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One person is killed on Arizona roads every nine hours. Between speeding, impairment and a lack of seat-belt usage, so much of the problem seems preventable. ABC15 Arizona is Taking Action to make our roads safer and save lives. Story idea? Call 833-AZROADS or email roads@abc15.com.

Are Valley authorities enforcing the rules of the road?

PHOENIX - Since the launch of Operation Safe Roads, we’ve heard from viewers concerned about a “lack of enforcement” on our Valley roadways.

The perception is that speeders are getting away with breaking the law because they are not caught. Aggressive drivers rule the roads because no one holds them accountable. And basic driving etiquette, such as using your blinker when changing lanes, has gone out the window.

“During the whole month of May, I never ever saw any DPS in the area of the ‘safety corridor’, so why is that part of US 60 marked if is not being patrolled and tickets issued?” Kenneth emailed us at roads@abc15.com.

“My husband and I have been in the Valley for the past 36 years. When we first moved here, you would occasionally see someone pulled over by the cops for a traffic infraction. In recent years, there does not seem to be any traffic enforcement at all!” Patricia wrote.

“When I go to other states… I almost always see highway patrol on the side of the road and on the streets, there was constant patrol of police cruisers monitoring the traffic…I always thought that was a bit much but after living here I welcome that now,” AG wrote.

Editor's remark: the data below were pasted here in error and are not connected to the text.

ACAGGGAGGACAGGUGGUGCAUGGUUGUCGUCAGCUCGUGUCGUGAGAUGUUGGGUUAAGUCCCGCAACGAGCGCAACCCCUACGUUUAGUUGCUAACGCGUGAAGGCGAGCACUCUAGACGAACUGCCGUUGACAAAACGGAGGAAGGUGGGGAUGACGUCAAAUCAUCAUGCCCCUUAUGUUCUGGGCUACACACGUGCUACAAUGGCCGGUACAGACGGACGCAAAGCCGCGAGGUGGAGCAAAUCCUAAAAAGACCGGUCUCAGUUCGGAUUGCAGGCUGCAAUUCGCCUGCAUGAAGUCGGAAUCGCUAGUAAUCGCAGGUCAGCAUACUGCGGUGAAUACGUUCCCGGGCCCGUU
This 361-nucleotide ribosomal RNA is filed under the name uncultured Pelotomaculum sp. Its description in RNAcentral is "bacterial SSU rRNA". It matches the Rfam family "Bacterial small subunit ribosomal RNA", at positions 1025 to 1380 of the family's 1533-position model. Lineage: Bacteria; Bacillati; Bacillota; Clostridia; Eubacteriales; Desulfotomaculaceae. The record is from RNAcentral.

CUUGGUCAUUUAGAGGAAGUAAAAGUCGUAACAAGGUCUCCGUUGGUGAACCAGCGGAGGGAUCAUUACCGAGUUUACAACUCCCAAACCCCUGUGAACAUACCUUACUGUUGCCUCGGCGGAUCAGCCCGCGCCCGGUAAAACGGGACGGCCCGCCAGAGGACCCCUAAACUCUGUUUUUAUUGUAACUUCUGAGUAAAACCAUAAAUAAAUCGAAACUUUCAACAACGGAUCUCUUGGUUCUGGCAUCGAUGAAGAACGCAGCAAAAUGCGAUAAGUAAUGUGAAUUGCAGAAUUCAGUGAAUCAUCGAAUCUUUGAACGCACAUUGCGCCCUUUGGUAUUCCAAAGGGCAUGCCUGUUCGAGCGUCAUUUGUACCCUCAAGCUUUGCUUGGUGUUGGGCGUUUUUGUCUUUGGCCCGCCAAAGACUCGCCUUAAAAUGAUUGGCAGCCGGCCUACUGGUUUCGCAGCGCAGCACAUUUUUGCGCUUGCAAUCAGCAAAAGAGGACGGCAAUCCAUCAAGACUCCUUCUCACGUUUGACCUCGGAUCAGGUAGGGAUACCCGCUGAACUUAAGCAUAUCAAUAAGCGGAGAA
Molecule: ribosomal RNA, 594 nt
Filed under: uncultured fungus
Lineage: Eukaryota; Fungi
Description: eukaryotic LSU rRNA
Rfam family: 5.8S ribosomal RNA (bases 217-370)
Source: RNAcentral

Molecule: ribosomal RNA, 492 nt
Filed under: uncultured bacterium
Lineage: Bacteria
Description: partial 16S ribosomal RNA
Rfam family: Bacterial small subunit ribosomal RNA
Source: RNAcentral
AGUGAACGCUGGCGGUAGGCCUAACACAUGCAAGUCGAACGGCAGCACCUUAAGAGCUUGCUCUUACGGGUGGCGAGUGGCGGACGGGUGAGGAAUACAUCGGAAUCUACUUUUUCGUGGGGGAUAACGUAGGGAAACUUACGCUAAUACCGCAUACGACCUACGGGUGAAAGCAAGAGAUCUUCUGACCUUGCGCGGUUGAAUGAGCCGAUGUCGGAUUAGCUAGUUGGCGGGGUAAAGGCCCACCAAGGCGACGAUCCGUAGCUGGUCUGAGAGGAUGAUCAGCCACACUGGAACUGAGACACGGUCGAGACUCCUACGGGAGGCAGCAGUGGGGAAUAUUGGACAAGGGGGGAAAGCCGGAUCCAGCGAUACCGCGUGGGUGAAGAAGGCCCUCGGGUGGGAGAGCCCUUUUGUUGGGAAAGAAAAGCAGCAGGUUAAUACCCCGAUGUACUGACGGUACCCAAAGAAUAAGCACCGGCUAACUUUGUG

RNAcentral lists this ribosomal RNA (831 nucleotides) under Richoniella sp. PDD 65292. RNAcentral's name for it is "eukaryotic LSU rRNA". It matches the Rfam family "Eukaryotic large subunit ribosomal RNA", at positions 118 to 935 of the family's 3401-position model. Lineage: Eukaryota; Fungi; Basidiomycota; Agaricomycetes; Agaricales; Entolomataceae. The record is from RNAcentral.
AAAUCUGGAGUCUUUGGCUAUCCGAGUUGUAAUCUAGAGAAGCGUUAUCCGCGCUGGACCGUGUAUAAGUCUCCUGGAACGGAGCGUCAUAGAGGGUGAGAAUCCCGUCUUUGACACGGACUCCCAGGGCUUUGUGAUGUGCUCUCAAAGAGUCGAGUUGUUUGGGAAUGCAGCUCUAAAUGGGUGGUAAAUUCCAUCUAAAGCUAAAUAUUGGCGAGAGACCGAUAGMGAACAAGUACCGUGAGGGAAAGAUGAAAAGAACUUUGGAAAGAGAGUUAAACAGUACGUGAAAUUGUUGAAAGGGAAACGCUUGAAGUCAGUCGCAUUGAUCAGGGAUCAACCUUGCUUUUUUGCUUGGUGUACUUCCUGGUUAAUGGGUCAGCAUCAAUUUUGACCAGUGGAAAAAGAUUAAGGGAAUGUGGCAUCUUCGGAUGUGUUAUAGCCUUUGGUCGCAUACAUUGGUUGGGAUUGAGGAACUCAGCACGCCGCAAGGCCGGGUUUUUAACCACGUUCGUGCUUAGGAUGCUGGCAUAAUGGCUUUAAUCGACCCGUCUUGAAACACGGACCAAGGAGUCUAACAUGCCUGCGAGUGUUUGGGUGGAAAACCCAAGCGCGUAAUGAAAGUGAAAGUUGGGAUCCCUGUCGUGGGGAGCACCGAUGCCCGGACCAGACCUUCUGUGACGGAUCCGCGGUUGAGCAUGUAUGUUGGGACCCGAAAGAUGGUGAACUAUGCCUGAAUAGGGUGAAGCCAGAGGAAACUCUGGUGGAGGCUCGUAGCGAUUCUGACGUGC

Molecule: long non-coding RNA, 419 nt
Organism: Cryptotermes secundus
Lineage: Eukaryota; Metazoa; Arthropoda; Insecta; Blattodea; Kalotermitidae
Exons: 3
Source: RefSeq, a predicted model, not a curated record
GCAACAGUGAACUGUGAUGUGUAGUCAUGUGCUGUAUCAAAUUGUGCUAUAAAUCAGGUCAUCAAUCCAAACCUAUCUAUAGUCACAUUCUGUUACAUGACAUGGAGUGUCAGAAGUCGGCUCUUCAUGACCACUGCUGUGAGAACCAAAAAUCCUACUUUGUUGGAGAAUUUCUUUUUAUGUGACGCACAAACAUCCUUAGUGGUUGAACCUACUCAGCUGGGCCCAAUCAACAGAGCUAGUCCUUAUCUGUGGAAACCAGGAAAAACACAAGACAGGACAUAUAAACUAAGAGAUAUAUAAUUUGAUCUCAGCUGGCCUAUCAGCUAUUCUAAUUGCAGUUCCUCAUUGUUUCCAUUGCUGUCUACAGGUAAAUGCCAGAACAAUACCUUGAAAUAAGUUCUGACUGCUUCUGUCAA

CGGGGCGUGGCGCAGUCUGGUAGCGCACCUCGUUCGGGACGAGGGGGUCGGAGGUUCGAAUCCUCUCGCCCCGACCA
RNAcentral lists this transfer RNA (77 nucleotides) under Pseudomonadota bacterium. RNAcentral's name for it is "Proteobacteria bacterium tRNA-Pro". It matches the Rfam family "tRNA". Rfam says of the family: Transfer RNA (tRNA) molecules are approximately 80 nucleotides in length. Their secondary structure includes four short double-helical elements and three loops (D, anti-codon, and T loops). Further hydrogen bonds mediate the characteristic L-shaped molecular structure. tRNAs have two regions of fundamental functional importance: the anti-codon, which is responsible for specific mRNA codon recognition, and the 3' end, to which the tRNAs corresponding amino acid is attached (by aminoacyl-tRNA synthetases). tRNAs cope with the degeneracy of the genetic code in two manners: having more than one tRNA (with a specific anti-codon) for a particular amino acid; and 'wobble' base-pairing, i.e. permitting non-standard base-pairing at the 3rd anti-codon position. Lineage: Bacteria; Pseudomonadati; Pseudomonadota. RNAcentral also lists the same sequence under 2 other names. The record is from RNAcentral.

RELATED: DPS using 'muscle cars' to catch unsuspecting aggressive drivers

So we asked, is that true? Has enforcement gone down?

Arizona Department of Public Safety Trooper Kameron Lee told ABC15 that troopers pull over more than half a million Arizona drivers a year, including more than 4,100 for DUI.

ALSO SEE: Is it legal for semi-trucks to use the left lane on AZ highways?

“We just can't be everywhere at once even though we'd like to be, and this is where we really call on the public and need their help,” Trooper Lee said. 

By the numbers, there are 600 troopers to watch over 7,000 miles of roadway and millions of drivers.

While DPS funding has increased, much of it is going to other important campaigns. 

Trooper Lee wouldn’t comment on staffing levels on specific Valley freeways but says DPS is gathering data from safety corridors.

DPS says if you need to report a serious aggressive driver who is endangering others, call 911.

If you have a question about our roads, call the Operation Safe Roads hotline at 833-AZROADS.

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